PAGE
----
I do a lot of seminars on driving cortical neuroplastic change, the unequivocal bedrock of recovery, in stroke survivors. I've done talks in some of the best rehab hospitals in this country. I've also done talks in rural areas where the nearest rehab hospital is hundreds of miles away. Some of the attendees have access to a smorgasbord of leading-edge technologies. Some home care therapists have access to very little technology. And whatever technology they do have has to fit in the car. Some have immediate access to neurologists and physiatrists. Other's laugh when I say "Kick it upstairs to physiatry." "We rarely see any doctors,” they say. Rehab settings run the gamut; feast or famine or somewhere in between.
When I do talks I always remind myself of a particular touchstone that reminds me of why I, again and again, get up in front of therapists in the first place. It goes something like this: "If I was a stroke survivor knowing what I know about stroke recovery, what would I want therapist to know?" This question has served me well. I challenge clinicians as an informed advocate.
There are people, facilities and technologies that are essential to achieving the highest level of recovery. It is unfortunate that many facilities and therapists don’t have accesses to these tools. Stroke is the leading cause of long term disability. Recovery deserves the best tools. The clinical expertise is there. Clinicians spend a tremendous amount of time, energy and money being trained to be the best they can be. But just like every other profession from astronaut to auto mechanic, the right tools and access to the right people are essential.
During seminars I’ll ask, who has access to XYZ technology? Who has the availability of a physiatrist? Who has access to somebody who can do serial casting? Who has access to e-stim orthotics, or a particular splint or a partial weight supported trainer, etc.? Usually the same one or two or three people raise their hands. If the talk is in a hospital setting where all the clinicians are from that hospital they may all raise their hands. If it's a rural area where many are involved in skilled nursing or home health care, very few raise their hands.
Having access to and an understanding of a handful of technologies is essential to standard of care for stroke survivors. Also essential is access to clinicians with the right skill set. So what and who is essential? If I were to start "Pete's Center for Stroke Recovery" I would have access to the following before the doors ever opened.
Treadmills. Treadmills are never ending parallel bars. They expand the size of the gym with a very small footprint. Put a mirror in front of them and they become instantaneous feedback machines. They also provide an essential bit of quantifiable data: speed of gait.
Recumbent, 4-limb bilateral trainer. Recumbent trainers do not have to break the bank. Inexpensive ones can be found for $2500 or so. These are essential not only as a pre-ambulation device, but also because they develop cardiovascular and muscular strength; "banking" both are essential to doing the hard work of recovery.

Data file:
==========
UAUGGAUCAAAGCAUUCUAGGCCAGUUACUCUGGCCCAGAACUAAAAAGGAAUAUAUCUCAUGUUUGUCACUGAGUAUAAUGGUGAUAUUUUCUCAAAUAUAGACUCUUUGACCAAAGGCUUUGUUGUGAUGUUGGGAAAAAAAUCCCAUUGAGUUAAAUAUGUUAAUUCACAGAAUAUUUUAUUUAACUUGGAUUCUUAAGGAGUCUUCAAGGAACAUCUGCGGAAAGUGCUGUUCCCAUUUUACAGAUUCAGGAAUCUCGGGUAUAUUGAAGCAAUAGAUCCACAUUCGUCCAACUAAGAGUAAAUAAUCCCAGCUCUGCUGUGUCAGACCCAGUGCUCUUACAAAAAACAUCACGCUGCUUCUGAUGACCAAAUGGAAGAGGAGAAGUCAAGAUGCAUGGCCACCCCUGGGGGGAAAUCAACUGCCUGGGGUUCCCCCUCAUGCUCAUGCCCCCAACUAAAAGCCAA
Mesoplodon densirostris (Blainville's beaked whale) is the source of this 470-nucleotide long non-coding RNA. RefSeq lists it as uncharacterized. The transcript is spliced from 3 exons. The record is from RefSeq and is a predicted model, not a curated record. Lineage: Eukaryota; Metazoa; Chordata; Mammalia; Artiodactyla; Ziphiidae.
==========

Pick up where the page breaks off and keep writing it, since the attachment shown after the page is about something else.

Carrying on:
Some sort of harnessing system for gait training. Stroke recovery works best with over-challenge. Challenge drives neuroplasticity and neuroplasticity drives recovery. It's impossible to over challenge with standard gait training (a gait belt and guarding). The fear of falling on the part of the survivor and the therapist runs headlong into the challenge that needs to be realized. If the survivor is harnessed, falls are impossible and challenge flourishes. Partial weight sported walking is but one option that requires harnessing. Speed intensive treadmill training (also known as speed dependant treadmill training) has shown stellar efficacy in increasing speed of gait (please see my previous article in Advance entitled "Using Gait Speed as a Marker for Progress" for description of the importance of gait speed in recovery, and as an outcome measure). The usual suspect in this category is the LiteGait. But that's not the only option. Google "parachute harness" and you'll find a ton of inexpensive options. Of course you need something to hang the harness from, but this could be more of an issue of your facility's maintenance department, and less an issue of buying an expensive piece of equipment. Over ground systems may be a better option for some gyms. NeuroGym, Biodex and other companies make over ground systems that provide an inexpensive harnessing option.
Cyclic electrical stimulation. The problem with e-stim generally is that the machines tend to intimidate most clinicians. But there are so many good things that e-stim dies that it is no longer optional. From reestablishing sensation to keeping soft tissue shortening at bay, e-stim is essential a certain points in the arc of recovery.
EMG based electrical stimulation (EMG-e-stim). This “next generation” of e-stim is important once a minute amount of movement is possible. It is believed that EMG-e-stim drives cortical changes which leads to small increases in movement. And small increases in movement are important in the early stages of repetitive practice paradigms.
Access to serial casting. Essential to fighting the good fight against soft tissue shortening. There are no splints that have shown clinical efficacy in increasing soft tissue length. Serial casting is the only nonsurgical treatment option to increase PROM of joints that have established contracture.
Access to neurologists, and especially physiatrists. Without them it's very difficult to deal with issues that range from spasticity to pain.
A constraint induced therapy (CIT) program. Although usually only benefiting higher-level stroke survivors, CIT is essential to the stroke recovery endgame.